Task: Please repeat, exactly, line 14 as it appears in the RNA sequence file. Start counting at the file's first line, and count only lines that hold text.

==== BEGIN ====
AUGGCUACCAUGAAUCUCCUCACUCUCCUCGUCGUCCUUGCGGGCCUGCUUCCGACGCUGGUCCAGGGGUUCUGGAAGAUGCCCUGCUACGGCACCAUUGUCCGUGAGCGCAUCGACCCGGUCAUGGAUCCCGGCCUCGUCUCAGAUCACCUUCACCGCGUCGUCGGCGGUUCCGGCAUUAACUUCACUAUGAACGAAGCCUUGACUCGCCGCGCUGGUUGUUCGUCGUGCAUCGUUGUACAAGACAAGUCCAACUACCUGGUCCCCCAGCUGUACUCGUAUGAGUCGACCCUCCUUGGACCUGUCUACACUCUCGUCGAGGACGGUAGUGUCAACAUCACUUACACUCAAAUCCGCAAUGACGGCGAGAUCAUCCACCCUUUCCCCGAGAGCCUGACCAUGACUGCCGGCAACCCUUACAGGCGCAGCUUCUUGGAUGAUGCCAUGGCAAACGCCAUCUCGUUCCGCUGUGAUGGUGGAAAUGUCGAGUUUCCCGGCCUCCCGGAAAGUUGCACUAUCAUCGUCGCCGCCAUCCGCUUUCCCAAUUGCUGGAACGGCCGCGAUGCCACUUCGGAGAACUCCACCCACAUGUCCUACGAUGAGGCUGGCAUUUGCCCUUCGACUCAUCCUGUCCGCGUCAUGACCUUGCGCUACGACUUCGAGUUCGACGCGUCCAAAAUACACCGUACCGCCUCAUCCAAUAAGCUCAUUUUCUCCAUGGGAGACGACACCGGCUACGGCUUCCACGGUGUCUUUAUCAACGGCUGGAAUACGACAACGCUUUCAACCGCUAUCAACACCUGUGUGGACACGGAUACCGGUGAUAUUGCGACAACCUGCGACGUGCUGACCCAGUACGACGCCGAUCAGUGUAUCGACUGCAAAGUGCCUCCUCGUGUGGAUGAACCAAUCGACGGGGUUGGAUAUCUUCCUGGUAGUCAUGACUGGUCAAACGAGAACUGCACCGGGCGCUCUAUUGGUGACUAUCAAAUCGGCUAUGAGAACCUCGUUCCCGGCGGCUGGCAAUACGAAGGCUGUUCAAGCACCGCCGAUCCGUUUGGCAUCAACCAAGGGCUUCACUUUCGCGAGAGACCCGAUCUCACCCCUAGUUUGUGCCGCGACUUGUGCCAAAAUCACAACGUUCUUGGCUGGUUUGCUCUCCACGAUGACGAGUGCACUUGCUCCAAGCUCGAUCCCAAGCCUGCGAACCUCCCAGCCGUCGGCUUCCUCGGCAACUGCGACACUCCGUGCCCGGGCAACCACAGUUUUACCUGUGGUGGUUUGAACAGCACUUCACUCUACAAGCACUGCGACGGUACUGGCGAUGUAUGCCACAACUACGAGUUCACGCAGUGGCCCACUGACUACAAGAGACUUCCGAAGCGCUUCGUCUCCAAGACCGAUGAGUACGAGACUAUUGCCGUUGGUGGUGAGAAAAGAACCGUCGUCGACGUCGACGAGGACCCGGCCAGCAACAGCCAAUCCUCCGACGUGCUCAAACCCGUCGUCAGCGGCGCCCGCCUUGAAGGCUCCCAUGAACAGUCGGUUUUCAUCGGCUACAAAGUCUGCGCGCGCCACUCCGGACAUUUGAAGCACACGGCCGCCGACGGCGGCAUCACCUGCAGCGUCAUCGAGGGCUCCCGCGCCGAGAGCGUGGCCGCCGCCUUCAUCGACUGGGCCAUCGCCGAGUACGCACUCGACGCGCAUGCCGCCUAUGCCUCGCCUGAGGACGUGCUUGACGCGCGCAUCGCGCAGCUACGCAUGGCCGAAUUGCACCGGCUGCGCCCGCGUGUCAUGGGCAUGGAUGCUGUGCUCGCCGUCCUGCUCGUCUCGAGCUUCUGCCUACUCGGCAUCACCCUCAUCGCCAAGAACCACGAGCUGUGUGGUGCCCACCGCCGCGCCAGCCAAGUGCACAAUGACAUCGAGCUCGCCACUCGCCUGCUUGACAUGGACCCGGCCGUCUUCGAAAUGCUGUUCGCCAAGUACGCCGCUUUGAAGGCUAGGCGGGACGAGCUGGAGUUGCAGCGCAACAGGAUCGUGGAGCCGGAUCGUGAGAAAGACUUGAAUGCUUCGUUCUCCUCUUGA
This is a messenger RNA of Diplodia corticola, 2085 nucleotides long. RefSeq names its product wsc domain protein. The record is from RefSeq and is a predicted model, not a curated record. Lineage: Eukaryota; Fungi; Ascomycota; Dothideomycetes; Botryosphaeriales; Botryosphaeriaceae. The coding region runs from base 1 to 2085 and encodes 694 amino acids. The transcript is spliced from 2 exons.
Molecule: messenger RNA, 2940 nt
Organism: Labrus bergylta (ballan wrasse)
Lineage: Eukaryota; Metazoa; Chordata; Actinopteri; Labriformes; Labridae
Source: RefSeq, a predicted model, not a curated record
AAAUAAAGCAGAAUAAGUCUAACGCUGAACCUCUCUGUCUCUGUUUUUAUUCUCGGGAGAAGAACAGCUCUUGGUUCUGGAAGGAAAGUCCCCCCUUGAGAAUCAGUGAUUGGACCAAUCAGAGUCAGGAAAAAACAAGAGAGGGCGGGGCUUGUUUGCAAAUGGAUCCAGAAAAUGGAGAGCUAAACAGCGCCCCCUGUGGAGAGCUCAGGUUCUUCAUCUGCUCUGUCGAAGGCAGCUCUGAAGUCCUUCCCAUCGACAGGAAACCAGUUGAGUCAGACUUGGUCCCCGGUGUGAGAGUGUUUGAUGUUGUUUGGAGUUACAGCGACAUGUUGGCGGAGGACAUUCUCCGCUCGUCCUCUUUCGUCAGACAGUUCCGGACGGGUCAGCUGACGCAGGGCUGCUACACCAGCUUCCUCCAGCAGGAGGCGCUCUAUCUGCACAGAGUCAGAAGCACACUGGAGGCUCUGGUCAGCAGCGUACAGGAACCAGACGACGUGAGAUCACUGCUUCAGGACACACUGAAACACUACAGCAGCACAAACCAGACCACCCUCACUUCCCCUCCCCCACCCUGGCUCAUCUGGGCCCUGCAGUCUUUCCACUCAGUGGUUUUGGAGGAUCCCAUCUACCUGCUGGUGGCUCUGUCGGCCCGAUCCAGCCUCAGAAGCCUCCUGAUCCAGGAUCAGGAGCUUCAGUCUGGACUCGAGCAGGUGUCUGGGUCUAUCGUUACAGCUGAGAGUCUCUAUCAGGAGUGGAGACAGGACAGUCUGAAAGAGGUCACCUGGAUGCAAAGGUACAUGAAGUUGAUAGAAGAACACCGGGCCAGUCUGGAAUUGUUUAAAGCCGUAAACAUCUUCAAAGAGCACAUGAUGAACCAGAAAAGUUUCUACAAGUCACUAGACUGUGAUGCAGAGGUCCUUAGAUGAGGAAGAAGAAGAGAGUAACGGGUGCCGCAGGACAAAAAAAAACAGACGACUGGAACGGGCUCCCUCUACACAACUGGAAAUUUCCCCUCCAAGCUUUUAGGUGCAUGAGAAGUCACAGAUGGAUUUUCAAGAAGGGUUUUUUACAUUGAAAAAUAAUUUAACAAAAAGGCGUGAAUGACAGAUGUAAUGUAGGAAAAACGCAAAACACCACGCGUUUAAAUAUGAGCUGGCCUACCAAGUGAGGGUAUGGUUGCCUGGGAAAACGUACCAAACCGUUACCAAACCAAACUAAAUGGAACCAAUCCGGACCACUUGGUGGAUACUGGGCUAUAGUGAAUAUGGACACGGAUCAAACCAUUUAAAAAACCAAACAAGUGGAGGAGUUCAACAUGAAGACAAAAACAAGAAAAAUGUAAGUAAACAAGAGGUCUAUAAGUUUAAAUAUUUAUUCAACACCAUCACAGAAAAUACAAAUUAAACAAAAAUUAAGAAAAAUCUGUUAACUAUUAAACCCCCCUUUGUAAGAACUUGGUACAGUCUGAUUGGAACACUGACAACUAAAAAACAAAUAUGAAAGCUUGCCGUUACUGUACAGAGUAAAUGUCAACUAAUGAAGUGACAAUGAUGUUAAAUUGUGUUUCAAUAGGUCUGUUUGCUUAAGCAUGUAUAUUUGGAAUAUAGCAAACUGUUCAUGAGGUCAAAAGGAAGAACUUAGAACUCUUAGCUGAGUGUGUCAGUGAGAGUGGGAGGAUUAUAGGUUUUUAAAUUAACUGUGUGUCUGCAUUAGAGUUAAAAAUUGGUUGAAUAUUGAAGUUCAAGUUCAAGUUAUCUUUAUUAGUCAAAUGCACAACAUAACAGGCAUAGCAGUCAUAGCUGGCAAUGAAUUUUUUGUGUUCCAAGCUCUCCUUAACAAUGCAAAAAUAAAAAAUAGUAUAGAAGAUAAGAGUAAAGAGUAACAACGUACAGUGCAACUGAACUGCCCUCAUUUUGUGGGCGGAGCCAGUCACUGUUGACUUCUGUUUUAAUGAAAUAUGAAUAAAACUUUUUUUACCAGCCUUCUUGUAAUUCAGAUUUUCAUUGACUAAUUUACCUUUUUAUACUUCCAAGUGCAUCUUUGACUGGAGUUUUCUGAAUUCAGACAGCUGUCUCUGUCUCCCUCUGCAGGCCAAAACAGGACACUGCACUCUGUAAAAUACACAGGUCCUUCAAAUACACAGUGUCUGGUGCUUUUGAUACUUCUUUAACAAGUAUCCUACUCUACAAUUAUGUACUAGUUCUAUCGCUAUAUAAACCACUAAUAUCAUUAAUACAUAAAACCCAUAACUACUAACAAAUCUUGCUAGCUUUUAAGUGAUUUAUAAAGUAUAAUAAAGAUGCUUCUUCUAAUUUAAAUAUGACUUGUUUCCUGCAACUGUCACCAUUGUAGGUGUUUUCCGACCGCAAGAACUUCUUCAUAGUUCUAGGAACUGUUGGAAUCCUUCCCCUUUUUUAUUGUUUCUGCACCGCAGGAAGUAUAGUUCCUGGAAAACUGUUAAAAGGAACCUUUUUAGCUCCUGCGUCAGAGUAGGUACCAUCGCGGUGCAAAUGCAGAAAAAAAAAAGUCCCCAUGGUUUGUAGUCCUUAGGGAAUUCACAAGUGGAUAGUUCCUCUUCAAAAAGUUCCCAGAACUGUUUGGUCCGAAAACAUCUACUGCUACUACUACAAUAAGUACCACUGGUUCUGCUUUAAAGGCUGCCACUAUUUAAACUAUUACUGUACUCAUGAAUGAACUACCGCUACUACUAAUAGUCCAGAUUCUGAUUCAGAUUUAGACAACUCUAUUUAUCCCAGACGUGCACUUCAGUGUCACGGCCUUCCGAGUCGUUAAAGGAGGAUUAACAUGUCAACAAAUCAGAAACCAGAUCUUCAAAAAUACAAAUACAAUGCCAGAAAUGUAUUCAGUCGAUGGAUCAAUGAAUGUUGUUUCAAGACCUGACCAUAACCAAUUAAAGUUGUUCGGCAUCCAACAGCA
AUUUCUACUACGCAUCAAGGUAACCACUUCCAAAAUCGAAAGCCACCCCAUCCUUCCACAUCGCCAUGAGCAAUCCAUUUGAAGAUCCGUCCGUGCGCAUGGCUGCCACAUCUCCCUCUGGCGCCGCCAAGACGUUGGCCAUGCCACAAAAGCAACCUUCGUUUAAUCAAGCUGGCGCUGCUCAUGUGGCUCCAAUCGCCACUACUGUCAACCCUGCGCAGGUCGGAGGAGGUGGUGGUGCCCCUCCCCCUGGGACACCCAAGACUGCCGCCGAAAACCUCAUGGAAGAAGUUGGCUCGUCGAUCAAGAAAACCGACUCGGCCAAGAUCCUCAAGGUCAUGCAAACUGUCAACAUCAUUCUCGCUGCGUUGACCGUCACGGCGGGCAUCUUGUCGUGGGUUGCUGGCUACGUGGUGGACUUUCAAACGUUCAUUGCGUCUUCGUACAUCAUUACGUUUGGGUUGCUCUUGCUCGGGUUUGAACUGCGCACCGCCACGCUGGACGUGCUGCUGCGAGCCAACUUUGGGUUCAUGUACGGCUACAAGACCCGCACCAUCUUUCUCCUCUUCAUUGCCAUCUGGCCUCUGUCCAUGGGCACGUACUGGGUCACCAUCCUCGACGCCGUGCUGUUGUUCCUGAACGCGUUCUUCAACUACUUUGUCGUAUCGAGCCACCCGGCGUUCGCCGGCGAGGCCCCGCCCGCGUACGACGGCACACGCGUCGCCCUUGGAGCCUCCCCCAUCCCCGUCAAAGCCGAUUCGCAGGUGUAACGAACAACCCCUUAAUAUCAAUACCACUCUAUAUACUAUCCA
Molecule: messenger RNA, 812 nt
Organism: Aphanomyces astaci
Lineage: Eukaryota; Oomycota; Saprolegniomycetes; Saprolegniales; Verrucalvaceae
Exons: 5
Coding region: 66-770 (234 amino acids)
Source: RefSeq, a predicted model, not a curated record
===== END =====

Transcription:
Source: RefSeq, a predicted model, not a curated record